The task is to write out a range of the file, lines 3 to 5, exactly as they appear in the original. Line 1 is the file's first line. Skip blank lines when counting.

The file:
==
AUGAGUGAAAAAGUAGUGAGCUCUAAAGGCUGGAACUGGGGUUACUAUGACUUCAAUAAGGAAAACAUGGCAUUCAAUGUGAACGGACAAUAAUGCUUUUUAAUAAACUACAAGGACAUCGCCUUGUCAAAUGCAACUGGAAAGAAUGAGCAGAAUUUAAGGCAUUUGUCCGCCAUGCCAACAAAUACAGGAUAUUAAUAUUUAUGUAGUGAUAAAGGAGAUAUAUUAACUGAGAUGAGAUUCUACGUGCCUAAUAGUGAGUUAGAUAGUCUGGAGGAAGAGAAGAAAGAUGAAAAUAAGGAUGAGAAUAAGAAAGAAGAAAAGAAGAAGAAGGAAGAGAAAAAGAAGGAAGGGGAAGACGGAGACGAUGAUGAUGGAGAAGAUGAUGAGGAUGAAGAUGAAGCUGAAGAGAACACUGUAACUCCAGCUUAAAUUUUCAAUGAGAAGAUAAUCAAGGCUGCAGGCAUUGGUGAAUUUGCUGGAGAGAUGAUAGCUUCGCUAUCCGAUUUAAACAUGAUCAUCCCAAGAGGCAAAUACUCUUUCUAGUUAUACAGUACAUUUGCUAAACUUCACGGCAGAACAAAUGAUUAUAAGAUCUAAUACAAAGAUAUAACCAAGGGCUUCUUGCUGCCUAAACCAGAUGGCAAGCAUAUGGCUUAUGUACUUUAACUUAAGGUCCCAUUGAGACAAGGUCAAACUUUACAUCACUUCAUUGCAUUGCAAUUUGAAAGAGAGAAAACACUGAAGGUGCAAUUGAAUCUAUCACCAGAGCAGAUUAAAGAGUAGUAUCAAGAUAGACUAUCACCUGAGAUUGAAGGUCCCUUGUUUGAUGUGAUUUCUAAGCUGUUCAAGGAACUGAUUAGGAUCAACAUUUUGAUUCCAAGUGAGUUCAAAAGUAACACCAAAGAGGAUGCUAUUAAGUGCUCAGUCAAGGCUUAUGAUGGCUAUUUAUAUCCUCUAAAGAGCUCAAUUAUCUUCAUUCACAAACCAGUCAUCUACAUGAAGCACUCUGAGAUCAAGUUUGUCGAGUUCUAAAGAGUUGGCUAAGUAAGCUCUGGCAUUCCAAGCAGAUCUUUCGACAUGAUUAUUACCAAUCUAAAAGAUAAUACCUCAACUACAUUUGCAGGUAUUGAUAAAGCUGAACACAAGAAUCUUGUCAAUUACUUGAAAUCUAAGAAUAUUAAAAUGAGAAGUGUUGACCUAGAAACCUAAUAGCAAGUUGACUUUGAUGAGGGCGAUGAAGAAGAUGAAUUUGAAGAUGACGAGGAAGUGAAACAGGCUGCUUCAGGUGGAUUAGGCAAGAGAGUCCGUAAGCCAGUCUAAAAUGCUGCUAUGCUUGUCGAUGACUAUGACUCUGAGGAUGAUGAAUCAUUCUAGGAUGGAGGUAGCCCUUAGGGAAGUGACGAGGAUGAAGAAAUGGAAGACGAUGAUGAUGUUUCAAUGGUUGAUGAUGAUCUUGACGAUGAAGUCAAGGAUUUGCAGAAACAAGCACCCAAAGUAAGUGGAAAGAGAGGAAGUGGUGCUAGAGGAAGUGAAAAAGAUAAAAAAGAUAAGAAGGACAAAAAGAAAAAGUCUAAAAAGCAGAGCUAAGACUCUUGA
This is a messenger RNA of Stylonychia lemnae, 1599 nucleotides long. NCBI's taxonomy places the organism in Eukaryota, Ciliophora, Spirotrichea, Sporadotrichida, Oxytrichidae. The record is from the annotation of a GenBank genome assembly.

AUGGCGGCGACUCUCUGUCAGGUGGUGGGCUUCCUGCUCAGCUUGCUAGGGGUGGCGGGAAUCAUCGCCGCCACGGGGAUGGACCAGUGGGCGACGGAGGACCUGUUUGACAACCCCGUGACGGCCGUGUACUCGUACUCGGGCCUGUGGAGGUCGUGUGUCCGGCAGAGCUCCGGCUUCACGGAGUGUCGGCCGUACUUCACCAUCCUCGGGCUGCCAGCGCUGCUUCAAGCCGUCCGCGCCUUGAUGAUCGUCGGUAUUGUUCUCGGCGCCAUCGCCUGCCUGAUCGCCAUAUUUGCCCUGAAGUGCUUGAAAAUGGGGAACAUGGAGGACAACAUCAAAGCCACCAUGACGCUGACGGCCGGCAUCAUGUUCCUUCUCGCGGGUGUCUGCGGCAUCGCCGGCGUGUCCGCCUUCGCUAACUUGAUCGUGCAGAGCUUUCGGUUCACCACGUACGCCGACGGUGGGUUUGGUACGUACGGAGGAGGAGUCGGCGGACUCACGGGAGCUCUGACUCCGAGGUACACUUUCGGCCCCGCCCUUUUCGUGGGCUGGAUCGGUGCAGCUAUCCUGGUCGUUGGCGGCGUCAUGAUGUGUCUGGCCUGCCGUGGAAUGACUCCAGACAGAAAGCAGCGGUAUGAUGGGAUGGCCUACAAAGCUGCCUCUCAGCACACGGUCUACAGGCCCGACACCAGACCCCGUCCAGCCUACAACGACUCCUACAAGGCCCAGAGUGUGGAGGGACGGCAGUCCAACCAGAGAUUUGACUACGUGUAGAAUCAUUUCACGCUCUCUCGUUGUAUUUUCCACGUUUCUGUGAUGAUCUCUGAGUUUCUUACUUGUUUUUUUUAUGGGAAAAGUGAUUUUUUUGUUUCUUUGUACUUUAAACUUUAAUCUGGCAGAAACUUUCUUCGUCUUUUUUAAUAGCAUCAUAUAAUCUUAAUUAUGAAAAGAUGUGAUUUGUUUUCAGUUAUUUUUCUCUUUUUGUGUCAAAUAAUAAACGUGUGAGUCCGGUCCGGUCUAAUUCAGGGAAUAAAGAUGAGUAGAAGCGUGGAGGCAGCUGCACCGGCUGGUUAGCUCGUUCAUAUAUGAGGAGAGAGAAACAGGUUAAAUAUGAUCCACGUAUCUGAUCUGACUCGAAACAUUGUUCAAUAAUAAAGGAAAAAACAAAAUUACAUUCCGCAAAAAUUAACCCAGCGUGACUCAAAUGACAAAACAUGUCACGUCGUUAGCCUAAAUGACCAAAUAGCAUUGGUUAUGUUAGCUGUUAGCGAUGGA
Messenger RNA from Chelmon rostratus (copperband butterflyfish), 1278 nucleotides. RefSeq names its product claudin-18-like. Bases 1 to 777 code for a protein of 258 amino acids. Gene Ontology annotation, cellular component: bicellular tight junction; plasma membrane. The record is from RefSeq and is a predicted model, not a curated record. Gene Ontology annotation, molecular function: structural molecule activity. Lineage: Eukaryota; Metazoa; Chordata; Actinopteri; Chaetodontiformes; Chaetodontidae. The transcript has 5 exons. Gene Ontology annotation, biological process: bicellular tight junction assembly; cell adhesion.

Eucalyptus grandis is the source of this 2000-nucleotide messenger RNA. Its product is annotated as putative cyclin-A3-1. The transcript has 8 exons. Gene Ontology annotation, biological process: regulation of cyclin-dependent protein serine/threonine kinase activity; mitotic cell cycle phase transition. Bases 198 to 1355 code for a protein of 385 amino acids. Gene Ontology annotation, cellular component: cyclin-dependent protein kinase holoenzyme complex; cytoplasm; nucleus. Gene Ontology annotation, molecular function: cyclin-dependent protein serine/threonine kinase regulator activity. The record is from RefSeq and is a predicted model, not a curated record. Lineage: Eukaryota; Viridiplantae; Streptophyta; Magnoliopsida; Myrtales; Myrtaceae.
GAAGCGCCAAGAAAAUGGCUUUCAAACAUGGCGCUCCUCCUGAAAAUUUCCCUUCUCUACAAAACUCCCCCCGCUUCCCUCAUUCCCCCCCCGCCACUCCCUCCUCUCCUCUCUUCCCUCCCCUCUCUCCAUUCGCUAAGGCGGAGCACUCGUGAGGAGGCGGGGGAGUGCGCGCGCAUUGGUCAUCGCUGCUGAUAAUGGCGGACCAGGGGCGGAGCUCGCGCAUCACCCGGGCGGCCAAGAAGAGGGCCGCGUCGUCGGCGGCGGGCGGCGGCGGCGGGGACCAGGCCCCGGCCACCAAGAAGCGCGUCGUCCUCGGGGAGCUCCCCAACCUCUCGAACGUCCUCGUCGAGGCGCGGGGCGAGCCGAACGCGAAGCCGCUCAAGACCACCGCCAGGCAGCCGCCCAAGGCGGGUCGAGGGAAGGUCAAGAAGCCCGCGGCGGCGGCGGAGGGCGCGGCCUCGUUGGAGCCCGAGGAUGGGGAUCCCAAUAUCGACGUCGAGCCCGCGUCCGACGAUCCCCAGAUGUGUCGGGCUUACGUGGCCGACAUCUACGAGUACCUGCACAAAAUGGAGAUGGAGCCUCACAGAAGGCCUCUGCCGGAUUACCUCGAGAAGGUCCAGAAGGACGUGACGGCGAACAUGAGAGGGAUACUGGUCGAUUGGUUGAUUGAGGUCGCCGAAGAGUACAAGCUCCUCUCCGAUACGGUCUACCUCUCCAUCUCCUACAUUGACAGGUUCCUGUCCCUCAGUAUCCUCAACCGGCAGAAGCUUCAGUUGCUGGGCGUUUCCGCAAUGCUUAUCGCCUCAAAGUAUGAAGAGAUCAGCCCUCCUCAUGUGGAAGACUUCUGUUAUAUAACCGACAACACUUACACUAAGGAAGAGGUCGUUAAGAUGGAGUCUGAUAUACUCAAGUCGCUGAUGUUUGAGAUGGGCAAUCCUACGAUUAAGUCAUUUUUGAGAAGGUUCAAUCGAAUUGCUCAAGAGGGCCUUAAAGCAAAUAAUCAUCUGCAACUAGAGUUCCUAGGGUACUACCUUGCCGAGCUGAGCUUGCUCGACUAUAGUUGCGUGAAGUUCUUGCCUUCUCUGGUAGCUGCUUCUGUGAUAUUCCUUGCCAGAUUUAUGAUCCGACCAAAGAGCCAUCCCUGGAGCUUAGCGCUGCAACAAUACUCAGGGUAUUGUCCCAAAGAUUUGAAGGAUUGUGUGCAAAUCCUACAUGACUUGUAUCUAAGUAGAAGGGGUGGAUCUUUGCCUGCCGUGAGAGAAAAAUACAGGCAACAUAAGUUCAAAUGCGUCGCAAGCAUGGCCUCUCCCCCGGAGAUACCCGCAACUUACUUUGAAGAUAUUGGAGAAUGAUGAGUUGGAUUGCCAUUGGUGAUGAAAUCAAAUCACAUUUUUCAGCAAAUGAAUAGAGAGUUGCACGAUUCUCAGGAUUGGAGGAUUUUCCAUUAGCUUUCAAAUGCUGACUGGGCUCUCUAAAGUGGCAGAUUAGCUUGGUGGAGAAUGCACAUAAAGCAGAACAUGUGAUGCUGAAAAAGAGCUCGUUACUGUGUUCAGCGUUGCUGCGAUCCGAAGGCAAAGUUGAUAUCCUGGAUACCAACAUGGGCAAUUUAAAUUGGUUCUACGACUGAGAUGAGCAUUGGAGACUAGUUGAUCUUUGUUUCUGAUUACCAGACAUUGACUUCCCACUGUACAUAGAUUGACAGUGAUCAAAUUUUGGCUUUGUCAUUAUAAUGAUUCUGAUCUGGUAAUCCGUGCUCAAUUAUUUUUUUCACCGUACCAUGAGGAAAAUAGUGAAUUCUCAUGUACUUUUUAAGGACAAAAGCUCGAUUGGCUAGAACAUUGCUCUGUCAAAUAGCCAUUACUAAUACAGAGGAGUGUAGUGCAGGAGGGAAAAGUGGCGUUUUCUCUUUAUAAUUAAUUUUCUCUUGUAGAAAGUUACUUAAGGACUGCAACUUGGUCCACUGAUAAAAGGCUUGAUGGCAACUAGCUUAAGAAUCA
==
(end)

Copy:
AUGGCGGCGACUCUCUGUCAGGUGGUGGGCUUCCUGCUCAGCUUGCUAGGGGUGGCGGGAAUCAUCGCCGCCACGGGGAUGGACCAGUGGGCGACGGAGGACCUGUUUGACAACCCCGUGACGGCCGUGUACUCGUACUCGGGCCUGUGGAGGUCGUGUGUCCGGCAGAGCUCCGGCUUCACGGAGUGUCGGCCGUACUUCACCAUCCUCGGGCUGCCAGCGCUGCUUCAAGCCGUCCGCGCCUUGAUGAUCGUCGGUAUUGUUCUCGGCGCCAUCGCCUGCCUGAUCGCCAUAUUUGCCCUGAAGUGCUUGAAAAUGGGGAACAUGGAGGACAACAUCAAAGCCACCAUGACGCUGACGGCCGGCAUCAUGUUCCUUCUCGCGGGUGUCUGCGGCAUCGCCGGCGUGUCCGCCUUCGCUAACUUGAUCGUGCAGAGCUUUCGGUUCACCACGUACGCCGACGGUGGGUUUGGUACGUACGGAGGAGGAGUCGGCGGACUCACGGGAGCUCUGACUCCGAGGUACACUUUCGGCCCCGCCCUUUUCGUGGGCUGGAUCGGUGCAGCUAUCCUGGUCGUUGGCGGCGUCAUGAUGUGUCUGGCCUGCCGUGGAAUGACUCCAGACAGAAAGCAGCGGUAUGAUGGGAUGGCCUACAAAGCUGCCUCUCAGCACACGGUCUACAGGCCCGACACCAGACCCCGUCCAGCCUACAACGACUCCUACAAGGCCCAGAGUGUGGAGGGACGGCAGUCCAACCAGAGAUUUGACUACGUGUAGAAUCAUUUCACGCUCUCUCGUUGUAUUUUCCACGUUUCUGUGAUGAUCUCUGAGUUUCUUACUUGUUUUUUUUAUGGGAAAAGUGAUUUUUUUGUUUCUUUGUACUUUAAACUUUAAUCUGGCAGAAACUUUCUUCGUCUUUUUUAAUAGCAUCAUAUAAUCUUAAUUAUGAAAAGAUGUGAUUUGUUUUCAGUUAUUUUUCUCUUUUUGUGUCAAAUAAUAAACGUGUGAGUCCGGUCCGGUCUAAUUCAGGGAAUAAAGAUGAGUAGAAGCGUGGAGGCAGCUGCACCGGCUGGUUAGCUCGUUCAUAUAUGAGGAGAGAGAAACAGGUUAAAUAUGAUCCACGUAUCUGAUCUGACUCGAAACAUUGUUCAAUAAUAAAGGAAAAAACAAAAUUACAUUCCGCAAAAAUUAACCCAGCGUGACUCAAAUGACAAAACAUGUCACGUCGUUAGCCUAAAUGACCAAAUAGCAUUGGUUAUGUUAGCUGUUAGCGAUGGA
Messenger RNA from Chelmon rostratus (copperband butterflyfish), 1278 nucleotides. RefSeq names its product claudin-18-like. Bases 1 to 777 code for a protein of 258 amino acids. Gene Ontology annotation, cellular component: bicellular tight junction; plasma membrane. The record is from RefSeq and is a predicted model, not a curated record. Gene Ontology annotation, molecular function: structural molecule activity. Lineage: Eukaryota; Metazoa; Chordata; Actinopteri; Chaetodontiformes; Chaetodontidae. The transcript has 5 exons. Gene Ontology annotation, biological process: bicellular tight junction assembly; cell adhesion.

Eucalyptus grandis is the source of this 2000-nucleotide messenger RNA. Its product is annotated as putative cyclin-A3-1. The transcript has 8 exons. Gene Ontology annotation, biological process: regulation of cyclin-dependent protein serine/threonine kinase activity; mitotic cell cycle phase transition. Bases 198 to 1355 code for a protein of 385 amino acids. Gene Ontology annotation, cellular component: cyclin-dependent protein kinase holoenzyme complex; cytoplasm; nucleus. Gene Ontology annotation, molecular function: cyclin-dependent protein serine/threonine kinase regulator activity. The record is from RefSeq and is a predicted model, not a curated record. Lineage: Eukaryota; Viridiplantae; Streptophyta; Magnoliopsida; Myrtales; Myrtaceae.